Closer (Mike Nichols, 2004). Mike Nichols’ first film as a director was Who’s Afraid of Virginia Woolf (see below), which got the audience’s attention in part by giving us Elizabeth Taylor, at the time 34 years old and one of the most beautiful women in the world, puffed up by 30 pounds, playing a much older character, drinking way too much and emasculating her husband in front of others. It was harder to shock audiences in 2004, so we get Julia Roberts saying she likes it when Jude Law’s characters comes on her character’s face. Closer isn’t quite as focused as Woolf ... while the latter features one couple battling each other in front of a second couple, with one cross-couple attempt at sex, in Closer, Dan and Alice are a couple, then Dan and Larry have cybersex without knowing who the other is, Larry and Anna become a couple and then marry, Dan and Anna become a couple on the sly, then openly, Anna sleeps with Larry one last time, Dan gets pissed, Anna goes back to Larry, Alice (remember her?) goes back with Dan, but by then she had slept with Larry, and at the end, we find that Alice’s name was really Jane. It’s enough to make one yearn for the simpler times of George and Martha. Some of the dialogue is cutting, and the actors give their all (besides Roberts, there is Jude Law, Natalie Portman, and Clive Owen). Roger Ebert loved it, drawing particular attention to how articulate the characters are. I found everything rather tiresome. #832 on the They Shoot Pictures, Don’t They list of the top 1000 films of the 21st century. 6/10.
Who’s Afraid of Virginia Woolf? (Mike Nichols, 1966). Nichols’ debut won five Oscars, including Best Actress Elizabeth Taylor and Best Supporting Actress Sandy Dennis (Richard Burton and George Segal got nominations, as did Nichols ... there were 13 in all, Best Picture among them). The actors all seem to be trying just a bit too hard, with the possible exception of Segal, and Nichols (and Haskell Wexler, who picked up the Oscar for Best B&W Cinematography) pulls a reverse on the usual trick of “opening up” a play for the screen. Instead, Nichols fills the screen with close-up after close-up, as if seeing the pores on Liz’s face will convince us she’s really acting. Which is unfair ... everyone pulls their weight here, and no one embarrasses themselves. If it gives a bit of “much ado about nothing” after all these years, a decent fire remains. Try as they might, though, this isn’t anywhere near the level of A Streetcar Named Desire. #695 on the TSPDT list of the top 1000 films of all time. 7/10. For a companion to either of these movies, try Wit, yet another play adaptation from Nichols, but much better than the above.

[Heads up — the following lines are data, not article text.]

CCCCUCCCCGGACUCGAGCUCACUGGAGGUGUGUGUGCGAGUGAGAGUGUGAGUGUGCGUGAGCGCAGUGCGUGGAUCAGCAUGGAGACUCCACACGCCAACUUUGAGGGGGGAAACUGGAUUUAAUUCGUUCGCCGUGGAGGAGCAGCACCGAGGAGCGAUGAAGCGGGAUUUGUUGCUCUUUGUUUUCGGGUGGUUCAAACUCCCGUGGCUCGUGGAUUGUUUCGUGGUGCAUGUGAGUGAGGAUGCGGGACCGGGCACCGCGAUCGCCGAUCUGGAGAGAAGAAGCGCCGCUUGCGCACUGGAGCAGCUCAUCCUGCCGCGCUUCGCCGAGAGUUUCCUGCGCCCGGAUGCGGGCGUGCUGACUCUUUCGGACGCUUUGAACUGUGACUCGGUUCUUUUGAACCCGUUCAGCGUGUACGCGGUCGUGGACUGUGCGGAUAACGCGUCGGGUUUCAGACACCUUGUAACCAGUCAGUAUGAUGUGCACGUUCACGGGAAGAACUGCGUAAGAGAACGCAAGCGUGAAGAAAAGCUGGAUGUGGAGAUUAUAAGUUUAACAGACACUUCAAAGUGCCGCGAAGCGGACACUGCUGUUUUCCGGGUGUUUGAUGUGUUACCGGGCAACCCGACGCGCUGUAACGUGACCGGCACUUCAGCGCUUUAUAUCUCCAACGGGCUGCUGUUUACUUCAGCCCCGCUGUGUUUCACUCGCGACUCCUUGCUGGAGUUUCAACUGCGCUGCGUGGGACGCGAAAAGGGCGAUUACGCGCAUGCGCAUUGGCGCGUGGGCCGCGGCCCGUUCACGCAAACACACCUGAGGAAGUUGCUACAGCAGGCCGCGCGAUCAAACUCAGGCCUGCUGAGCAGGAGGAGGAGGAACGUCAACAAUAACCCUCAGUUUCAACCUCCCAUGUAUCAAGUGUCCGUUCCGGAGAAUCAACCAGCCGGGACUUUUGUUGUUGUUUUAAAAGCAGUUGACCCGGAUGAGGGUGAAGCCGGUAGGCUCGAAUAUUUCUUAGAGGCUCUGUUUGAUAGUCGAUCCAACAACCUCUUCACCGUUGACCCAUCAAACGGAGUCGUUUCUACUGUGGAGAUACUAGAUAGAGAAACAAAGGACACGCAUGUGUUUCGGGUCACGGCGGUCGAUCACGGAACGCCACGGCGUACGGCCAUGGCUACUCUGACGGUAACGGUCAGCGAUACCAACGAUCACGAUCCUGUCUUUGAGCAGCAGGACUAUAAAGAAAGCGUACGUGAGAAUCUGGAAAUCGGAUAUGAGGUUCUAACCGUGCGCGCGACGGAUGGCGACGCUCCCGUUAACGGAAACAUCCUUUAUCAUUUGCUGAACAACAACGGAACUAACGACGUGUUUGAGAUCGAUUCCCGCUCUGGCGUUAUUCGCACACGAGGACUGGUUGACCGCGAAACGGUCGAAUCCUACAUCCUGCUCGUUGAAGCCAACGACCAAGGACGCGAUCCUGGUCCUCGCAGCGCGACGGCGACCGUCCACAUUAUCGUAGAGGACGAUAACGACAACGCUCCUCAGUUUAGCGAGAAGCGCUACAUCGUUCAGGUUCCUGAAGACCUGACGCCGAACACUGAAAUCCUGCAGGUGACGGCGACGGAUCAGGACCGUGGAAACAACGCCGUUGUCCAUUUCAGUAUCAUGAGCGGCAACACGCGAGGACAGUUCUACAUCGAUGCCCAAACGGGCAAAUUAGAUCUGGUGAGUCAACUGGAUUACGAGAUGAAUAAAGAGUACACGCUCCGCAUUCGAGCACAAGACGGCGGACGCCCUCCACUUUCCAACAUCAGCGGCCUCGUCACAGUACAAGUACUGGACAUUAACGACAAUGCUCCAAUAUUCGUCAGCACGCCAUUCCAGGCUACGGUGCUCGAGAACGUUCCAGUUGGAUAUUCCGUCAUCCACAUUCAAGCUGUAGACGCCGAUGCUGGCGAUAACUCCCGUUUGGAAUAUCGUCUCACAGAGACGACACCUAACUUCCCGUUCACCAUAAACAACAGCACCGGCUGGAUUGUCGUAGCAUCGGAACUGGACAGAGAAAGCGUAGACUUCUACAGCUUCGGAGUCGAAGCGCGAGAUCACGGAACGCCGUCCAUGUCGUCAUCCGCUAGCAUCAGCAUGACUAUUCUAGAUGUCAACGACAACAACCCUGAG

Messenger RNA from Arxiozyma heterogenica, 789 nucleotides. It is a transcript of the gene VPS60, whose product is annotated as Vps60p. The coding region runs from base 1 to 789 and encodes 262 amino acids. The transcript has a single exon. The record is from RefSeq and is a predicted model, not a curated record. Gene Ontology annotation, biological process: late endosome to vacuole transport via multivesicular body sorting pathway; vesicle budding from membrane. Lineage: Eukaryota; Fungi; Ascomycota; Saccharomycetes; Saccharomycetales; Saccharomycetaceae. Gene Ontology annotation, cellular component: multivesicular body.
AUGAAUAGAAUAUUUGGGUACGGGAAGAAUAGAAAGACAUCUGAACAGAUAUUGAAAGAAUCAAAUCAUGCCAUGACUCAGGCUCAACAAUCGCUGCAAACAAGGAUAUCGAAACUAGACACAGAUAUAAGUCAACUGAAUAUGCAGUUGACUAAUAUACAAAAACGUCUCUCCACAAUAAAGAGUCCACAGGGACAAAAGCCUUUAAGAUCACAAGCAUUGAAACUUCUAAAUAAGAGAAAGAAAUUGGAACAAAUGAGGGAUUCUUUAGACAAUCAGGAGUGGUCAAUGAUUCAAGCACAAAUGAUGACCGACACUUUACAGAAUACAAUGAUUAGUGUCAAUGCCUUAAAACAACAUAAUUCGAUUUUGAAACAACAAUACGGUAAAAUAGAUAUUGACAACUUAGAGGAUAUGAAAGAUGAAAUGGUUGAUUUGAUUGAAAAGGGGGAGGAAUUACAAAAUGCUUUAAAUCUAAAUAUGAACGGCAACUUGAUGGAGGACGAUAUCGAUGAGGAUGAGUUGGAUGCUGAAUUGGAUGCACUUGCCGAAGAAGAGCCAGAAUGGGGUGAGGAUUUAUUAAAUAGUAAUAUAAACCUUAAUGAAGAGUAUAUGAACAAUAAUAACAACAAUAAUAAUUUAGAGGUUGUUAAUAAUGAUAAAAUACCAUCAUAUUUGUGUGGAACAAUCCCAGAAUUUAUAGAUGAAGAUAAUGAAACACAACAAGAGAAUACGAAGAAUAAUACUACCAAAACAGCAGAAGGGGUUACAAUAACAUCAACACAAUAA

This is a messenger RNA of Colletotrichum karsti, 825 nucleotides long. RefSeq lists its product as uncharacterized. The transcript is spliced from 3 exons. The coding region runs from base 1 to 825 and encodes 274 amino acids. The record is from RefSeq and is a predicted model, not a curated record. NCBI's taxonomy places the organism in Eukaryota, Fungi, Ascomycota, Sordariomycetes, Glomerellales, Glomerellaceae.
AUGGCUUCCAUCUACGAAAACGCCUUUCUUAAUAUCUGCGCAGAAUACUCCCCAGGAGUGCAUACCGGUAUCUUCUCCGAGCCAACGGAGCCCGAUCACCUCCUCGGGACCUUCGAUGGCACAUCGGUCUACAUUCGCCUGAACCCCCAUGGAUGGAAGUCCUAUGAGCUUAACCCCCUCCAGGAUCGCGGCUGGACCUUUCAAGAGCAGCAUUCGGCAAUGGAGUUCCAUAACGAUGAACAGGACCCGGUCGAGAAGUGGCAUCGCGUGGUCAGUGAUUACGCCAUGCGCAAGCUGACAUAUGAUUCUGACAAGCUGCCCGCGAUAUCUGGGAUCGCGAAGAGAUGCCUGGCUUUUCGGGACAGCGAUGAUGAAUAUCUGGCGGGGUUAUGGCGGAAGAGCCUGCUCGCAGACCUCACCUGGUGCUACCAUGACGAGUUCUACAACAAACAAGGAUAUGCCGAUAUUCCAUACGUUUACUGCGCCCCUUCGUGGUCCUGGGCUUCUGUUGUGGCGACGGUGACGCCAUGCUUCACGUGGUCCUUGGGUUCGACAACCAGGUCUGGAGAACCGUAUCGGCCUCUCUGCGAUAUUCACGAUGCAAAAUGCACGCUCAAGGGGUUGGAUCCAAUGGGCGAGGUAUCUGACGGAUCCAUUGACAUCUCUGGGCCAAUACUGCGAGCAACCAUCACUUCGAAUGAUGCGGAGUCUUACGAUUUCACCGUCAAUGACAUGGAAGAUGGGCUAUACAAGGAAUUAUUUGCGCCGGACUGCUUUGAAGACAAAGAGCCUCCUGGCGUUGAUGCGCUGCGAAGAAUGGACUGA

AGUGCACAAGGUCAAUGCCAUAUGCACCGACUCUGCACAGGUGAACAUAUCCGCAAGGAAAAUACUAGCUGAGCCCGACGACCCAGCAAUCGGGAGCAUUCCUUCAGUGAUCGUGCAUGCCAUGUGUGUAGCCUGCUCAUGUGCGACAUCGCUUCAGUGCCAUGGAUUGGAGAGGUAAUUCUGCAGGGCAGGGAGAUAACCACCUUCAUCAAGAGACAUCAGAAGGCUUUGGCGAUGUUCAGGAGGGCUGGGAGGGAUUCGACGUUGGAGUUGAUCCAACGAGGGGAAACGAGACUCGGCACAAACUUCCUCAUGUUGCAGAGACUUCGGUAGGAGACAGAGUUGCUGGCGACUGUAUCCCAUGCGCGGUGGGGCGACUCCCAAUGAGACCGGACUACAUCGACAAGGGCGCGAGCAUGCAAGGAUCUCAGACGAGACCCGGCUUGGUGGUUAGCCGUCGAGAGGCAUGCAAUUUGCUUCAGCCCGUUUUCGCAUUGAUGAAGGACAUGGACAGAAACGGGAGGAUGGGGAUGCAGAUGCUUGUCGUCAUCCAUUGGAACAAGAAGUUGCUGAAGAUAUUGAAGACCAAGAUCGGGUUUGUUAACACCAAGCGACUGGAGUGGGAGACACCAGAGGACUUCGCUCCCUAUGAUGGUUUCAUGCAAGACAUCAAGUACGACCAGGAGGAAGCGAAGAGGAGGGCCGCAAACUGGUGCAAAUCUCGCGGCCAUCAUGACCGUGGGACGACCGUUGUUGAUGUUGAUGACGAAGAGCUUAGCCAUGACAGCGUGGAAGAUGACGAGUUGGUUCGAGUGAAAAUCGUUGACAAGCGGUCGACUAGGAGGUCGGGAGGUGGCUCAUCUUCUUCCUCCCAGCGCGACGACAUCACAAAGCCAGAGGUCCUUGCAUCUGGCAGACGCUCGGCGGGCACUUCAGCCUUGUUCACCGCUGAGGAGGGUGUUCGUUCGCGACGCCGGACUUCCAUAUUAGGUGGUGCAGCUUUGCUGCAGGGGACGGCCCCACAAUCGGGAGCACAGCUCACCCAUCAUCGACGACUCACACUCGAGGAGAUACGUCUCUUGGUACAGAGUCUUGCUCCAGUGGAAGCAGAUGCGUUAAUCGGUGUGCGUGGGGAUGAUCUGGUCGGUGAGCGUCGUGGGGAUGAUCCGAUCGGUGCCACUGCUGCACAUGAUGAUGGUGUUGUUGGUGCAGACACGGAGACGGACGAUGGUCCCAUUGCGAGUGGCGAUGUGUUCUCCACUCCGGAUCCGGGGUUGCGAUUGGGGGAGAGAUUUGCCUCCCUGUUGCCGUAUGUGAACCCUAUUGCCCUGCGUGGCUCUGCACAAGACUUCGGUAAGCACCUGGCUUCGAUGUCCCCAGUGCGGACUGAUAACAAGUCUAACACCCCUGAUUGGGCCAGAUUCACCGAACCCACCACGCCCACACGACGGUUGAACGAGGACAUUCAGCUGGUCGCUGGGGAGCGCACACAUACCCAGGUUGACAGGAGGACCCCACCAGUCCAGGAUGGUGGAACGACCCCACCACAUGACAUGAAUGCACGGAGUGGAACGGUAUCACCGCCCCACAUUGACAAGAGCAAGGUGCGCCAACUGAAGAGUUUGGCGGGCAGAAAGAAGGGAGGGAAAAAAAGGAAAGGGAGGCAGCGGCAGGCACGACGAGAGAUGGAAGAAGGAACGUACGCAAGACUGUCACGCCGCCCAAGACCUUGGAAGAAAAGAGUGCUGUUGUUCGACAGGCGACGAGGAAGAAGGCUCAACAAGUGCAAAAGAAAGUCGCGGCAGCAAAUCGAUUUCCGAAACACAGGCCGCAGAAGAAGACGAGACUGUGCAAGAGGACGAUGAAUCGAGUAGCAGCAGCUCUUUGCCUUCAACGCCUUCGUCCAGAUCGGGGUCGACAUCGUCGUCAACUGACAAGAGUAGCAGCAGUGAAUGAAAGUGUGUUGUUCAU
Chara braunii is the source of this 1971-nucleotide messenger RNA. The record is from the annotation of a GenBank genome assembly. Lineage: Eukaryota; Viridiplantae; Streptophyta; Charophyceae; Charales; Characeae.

Kiss Kiss Bang Bang (Shane Black, 2005). I’m in a hurry, and this movie doesn’t deserve much of my time, anyway. Black is very bright and is happy to show off, Robert Downey Jr., Val Kilmer, and Michelle Monaghan are game for anything, and so fucking what. #739 on the TSPDT list of the top films of the 21st century. If you figure out why, keep it to yourself. 5/10.